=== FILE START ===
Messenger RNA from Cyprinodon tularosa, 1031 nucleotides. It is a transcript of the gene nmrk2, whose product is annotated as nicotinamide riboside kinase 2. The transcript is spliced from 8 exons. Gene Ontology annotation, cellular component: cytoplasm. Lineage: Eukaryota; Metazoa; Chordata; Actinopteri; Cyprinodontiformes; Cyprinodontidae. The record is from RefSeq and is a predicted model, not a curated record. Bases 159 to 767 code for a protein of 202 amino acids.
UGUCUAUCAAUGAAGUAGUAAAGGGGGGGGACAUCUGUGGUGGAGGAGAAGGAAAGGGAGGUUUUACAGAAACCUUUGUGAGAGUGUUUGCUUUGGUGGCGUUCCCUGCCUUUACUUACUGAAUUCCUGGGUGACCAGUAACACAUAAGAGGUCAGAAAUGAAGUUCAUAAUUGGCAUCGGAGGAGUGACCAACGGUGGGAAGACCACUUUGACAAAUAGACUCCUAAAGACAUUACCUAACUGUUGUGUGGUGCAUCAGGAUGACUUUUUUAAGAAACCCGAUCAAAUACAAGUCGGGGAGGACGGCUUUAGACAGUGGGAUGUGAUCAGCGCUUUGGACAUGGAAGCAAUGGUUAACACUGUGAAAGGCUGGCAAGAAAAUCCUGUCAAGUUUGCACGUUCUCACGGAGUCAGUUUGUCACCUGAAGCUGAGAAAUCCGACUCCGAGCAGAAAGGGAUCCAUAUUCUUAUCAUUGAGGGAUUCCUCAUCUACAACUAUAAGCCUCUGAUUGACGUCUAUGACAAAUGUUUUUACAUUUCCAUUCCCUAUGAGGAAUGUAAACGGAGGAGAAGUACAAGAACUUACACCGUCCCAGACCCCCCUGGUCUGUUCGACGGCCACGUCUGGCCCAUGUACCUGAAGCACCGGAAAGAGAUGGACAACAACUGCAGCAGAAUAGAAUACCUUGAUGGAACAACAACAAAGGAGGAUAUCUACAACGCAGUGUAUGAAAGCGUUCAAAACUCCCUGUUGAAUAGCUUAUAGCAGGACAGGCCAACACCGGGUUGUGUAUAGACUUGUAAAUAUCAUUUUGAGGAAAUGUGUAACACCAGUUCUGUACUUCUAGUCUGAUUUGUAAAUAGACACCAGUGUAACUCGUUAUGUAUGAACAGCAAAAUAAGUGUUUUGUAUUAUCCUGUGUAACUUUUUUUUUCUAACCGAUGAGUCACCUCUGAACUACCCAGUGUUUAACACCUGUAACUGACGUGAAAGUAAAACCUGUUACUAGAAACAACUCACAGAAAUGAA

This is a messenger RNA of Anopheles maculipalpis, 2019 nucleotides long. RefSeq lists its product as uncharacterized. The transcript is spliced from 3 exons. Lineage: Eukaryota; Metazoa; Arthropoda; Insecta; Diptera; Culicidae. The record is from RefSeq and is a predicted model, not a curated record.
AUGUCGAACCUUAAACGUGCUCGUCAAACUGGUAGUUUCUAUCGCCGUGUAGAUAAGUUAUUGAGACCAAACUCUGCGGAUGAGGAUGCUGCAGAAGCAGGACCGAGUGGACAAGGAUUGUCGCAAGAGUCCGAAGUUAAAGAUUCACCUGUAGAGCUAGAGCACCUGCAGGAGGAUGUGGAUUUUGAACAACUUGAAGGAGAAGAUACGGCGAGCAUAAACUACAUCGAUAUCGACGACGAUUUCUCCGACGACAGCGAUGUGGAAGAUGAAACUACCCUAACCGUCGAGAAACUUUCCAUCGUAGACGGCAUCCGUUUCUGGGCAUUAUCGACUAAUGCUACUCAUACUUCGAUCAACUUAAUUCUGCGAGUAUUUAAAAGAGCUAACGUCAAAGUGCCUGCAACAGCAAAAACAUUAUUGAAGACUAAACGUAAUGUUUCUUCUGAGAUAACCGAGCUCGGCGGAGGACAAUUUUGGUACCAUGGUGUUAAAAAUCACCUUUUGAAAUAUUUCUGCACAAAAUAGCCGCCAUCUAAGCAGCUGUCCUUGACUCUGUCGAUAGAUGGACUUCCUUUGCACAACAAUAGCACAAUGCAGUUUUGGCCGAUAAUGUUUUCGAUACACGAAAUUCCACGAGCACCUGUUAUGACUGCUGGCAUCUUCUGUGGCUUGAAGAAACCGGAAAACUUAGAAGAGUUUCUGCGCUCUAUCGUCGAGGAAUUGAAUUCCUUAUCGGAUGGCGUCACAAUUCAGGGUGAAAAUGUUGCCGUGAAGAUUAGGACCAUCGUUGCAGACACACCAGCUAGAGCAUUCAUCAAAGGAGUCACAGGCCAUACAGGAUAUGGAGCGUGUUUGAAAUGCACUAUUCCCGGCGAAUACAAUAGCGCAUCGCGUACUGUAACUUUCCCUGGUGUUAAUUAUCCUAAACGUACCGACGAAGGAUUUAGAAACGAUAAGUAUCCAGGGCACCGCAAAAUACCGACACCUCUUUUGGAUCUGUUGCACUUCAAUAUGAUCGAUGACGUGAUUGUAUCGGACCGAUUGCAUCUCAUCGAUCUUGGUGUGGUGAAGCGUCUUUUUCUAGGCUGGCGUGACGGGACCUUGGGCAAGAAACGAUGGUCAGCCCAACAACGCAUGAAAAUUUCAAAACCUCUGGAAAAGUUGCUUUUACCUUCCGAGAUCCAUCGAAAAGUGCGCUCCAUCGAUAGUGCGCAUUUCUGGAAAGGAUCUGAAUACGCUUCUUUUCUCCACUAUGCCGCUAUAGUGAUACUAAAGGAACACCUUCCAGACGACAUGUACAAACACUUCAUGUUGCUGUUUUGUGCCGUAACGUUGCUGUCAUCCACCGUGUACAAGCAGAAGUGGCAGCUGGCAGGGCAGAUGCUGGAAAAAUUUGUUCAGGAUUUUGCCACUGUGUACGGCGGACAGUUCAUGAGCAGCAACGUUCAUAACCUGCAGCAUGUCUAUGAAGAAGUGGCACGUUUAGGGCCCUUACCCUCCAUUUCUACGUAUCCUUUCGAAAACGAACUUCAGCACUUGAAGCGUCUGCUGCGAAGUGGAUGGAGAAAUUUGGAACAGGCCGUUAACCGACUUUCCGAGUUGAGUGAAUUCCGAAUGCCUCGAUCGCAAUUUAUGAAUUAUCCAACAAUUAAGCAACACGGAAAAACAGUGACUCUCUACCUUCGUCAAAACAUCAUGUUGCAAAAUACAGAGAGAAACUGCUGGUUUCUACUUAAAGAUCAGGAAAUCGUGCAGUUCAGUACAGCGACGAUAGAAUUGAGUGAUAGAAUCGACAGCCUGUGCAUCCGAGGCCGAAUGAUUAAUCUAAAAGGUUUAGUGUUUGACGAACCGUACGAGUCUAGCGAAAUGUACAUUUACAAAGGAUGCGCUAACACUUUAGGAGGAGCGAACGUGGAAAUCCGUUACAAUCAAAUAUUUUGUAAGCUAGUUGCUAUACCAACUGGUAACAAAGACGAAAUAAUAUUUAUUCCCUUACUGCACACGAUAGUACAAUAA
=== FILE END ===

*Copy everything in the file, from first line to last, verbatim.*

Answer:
Messenger RNA from Cyprinodon tularosa, 1031 nucleotides. It is a transcript of the gene nmrk2, whose product is annotated as nicotinamide riboside kinase 2. The transcript is spliced from 8 exons. Gene Ontology annotation, cellular component: cytoplasm. Lineage: Eukaryota; Metazoa; Chordata; Actinopteri; Cyprinodontiformes; Cyprinodontidae. The record is from RefSeq and is a predicted model, not a curated record. Bases 159 to 767 code for a protein of 202 amino acids.
UGUCUAUCAAUGAAGUAGUAAAGGGGGGGGACAUCUGUGGUGGAGGAGAAGGAAAGGGAGGUUUUACAGAAACCUUUGUGAGAGUGUUUGCUUUGGUGGCGUUCCCUGCCUUUACUUACUGAAUUCCUGGGUGACCAGUAACACAUAAGAGGUCAGAAAUGAAGUUCAUAAUUGGCAUCGGAGGAGUGACCAACGGUGGGAAGACCACUUUGACAAAUAGACUCCUAAAGACAUUACCUAACUGUUGUGUGGUGCAUCAGGAUGACUUUUUUAAGAAACCCGAUCAAAUACAAGUCGGGGAGGACGGCUUUAGACAGUGGGAUGUGAUCAGCGCUUUGGACAUGGAAGCAAUGGUUAACACUGUGAAAGGCUGGCAAGAAAAUCCUGUCAAGUUUGCACGUUCUCACGGAGUCAGUUUGUCACCUGAAGCUGAGAAAUCCGACUCCGAGCAGAAAGGGAUCCAUAUUCUUAUCAUUGAGGGAUUCCUCAUCUACAACUAUAAGCCUCUGAUUGACGUCUAUGACAAAUGUUUUUACAUUUCCAUUCCCUAUGAGGAAUGUAAACGGAGGAGAAGUACAAGAACUUACACCGUCCCAGACCCCCCUGGUCUGUUCGACGGCCACGUCUGGCCCAUGUACCUGAAGCACCGGAAAGAGAUGGACAACAACUGCAGCAGAAUAGAAUACCUUGAUGGAACAACAACAAAGGAGGAUAUCUACAACGCAGUGUAUGAAAGCGUUCAAAACUCCCUGUUGAAUAGCUUAUAGCAGGACAGGCCAACACCGGGUUGUGUAUAGACUUGUAAAUAUCAUUUUGAGGAAAUGUGUAACACCAGUUCUGUACUUCUAGUCUGAUUUGUAAAUAGACACCAGUGUAACUCGUUAUGUAUGAACAGCAAAAUAAGUGUUUUGUAUUAUCCUGUGUAACUUUUUUUUUCUAACCGAUGAGUCACCUCUGAACUACCCAGUGUUUAACACCUGUAACUGACGUGAAAGUAAAACCUGUUACUAGAAACAACUCACAGAAAUGAA

This is a messenger RNA of Anopheles maculipalpis, 2019 nucleotides long. RefSeq lists its product as uncharacterized. The transcript is spliced from 3 exons. Lineage: Eukaryota; Metazoa; Arthropoda; Insecta; Diptera; Culicidae. The record is from RefSeq and is a predicted model, not a curated record.
AUGUCGAACCUUAAACGUGCUCGUCAAACUGGUAGUUUCUAUCGCCGUGUAGAUAAGUUAUUGAGACCAAACUCUGCGGAUGAGGAUGCUGCAGAAGCAGGACCGAGUGGACAAGGAUUGUCGCAAGAGUCCGAAGUUAAAGAUUCACCUGUAGAGCUAGAGCACCUGCAGGAGGAUGUGGAUUUUGAACAACUUGAAGGAGAAGAUACGGCGAGCAUAAACUACAUCGAUAUCGACGACGAUUUCUCCGACGACAGCGAUGUGGAAGAUGAAACUACCCUAACCGUCGAGAAACUUUCCAUCGUAGACGGCAUCCGUUUCUGGGCAUUAUCGACUAAUGCUACUCAUACUUCGAUCAACUUAAUUCUGCGAGUAUUUAAAAGAGCUAACGUCAAAGUGCCUGCAACAGCAAAAACAUUAUUGAAGACUAAACGUAAUGUUUCUUCUGAGAUAACCGAGCUCGGCGGAGGACAAUUUUGGUACCAUGGUGUUAAAAAUCACCUUUUGAAAUAUUUCUGCACAAAAUAGCCGCCAUCUAAGCAGCUGUCCUUGACUCUGUCGAUAGAUGGACUUCCUUUGCACAACAAUAGCACAAUGCAGUUUUGGCCGAUAAUGUUUUCGAUACACGAAAUUCCACGAGCACCUGUUAUGACUGCUGGCAUCUUCUGUGGCUUGAAGAAACCGGAAAACUUAGAAGAGUUUCUGCGCUCUAUCGUCGAGGAAUUGAAUUCCUUAUCGGAUGGCGUCACAAUUCAGGGUGAAAAUGUUGCCGUGAAGAUUAGGACCAUCGUUGCAGACACACCAGCUAGAGCAUUCAUCAAAGGAGUCACAGGCCAUACAGGAUAUGGAGCGUGUUUGAAAUGCACUAUUCCCGGCGAAUACAAUAGCGCAUCGCGUACUGUAACUUUCCCUGGUGUUAAUUAUCCUAAACGUACCGACGAAGGAUUUAGAAACGAUAAGUAUCCAGGGCACCGCAAAAUACCGACACCUCUUUUGGAUCUGUUGCACUUCAAUAUGAUCGAUGACGUGAUUGUAUCGGACCGAUUGCAUCUCAUCGAUCUUGGUGUGGUGAAGCGUCUUUUUCUAGGCUGGCGUGACGGGACCUUGGGCAAGAAACGAUGGUCAGCCCAACAACGCAUGAAAAUUUCAAAACCUCUGGAAAAGUUGCUUUUACCUUCCGAGAUCCAUCGAAAAGUGCGCUCCAUCGAUAGUGCGCAUUUCUGGAAAGGAUCUGAAUACGCUUCUUUUCUCCACUAUGCCGCUAUAGUGAUACUAAAGGAACACCUUCCAGACGACAUGUACAAACACUUCAUGUUGCUGUUUUGUGCCGUAACGUUGCUGUCAUCCACCGUGUACAAGCAGAAGUGGCAGCUGGCAGGGCAGAUGCUGGAAAAAUUUGUUCAGGAUUUUGCCACUGUGUACGGCGGACAGUUCAUGAGCAGCAACGUUCAUAACCUGCAGCAUGUCUAUGAAGAAGUGGCACGUUUAGGGCCCUUACCCUCCAUUUCUACGUAUCCUUUCGAAAACGAACUUCAGCACUUGAAGCGUCUGCUGCGAAGUGGAUGGAGAAAUUUGGAACAGGCCGUUAACCGACUUUCCGAGUUGAGUGAAUUCCGAAUGCCUCGAUCGCAAUUUAUGAAUUAUCCAACAAUUAAGCAACACGGAAAAACAGUGACUCUCUACCUUCGUCAAAACAUCAUGUUGCAAAAUACAGAGAGAAACUGCUGGUUUCUACUUAAAGAUCAGGAAAUCGUGCAGUUCAGUACAGCGACGAUAGAAUUGAGUGAUAGAAUCGACAGCCUGUGCAUCCGAGGCCGAAUGAUUAAUCUAAAAGGUUUAGUGUUUGACGAACCGUACGAGUCUAGCGAAAUGUACAUUUACAAAGGAUGCGCUAACACUUUAGGAGGAGCGAACGUGGAAAUCCGUUACAAUCAAAUAUUUUGUAAGCUAGUUGCUAUACCAACUGGUAACAAAGACGAAAUAAUAUUUAUUCCCUUACUGCACACGAUAGUACAAUAA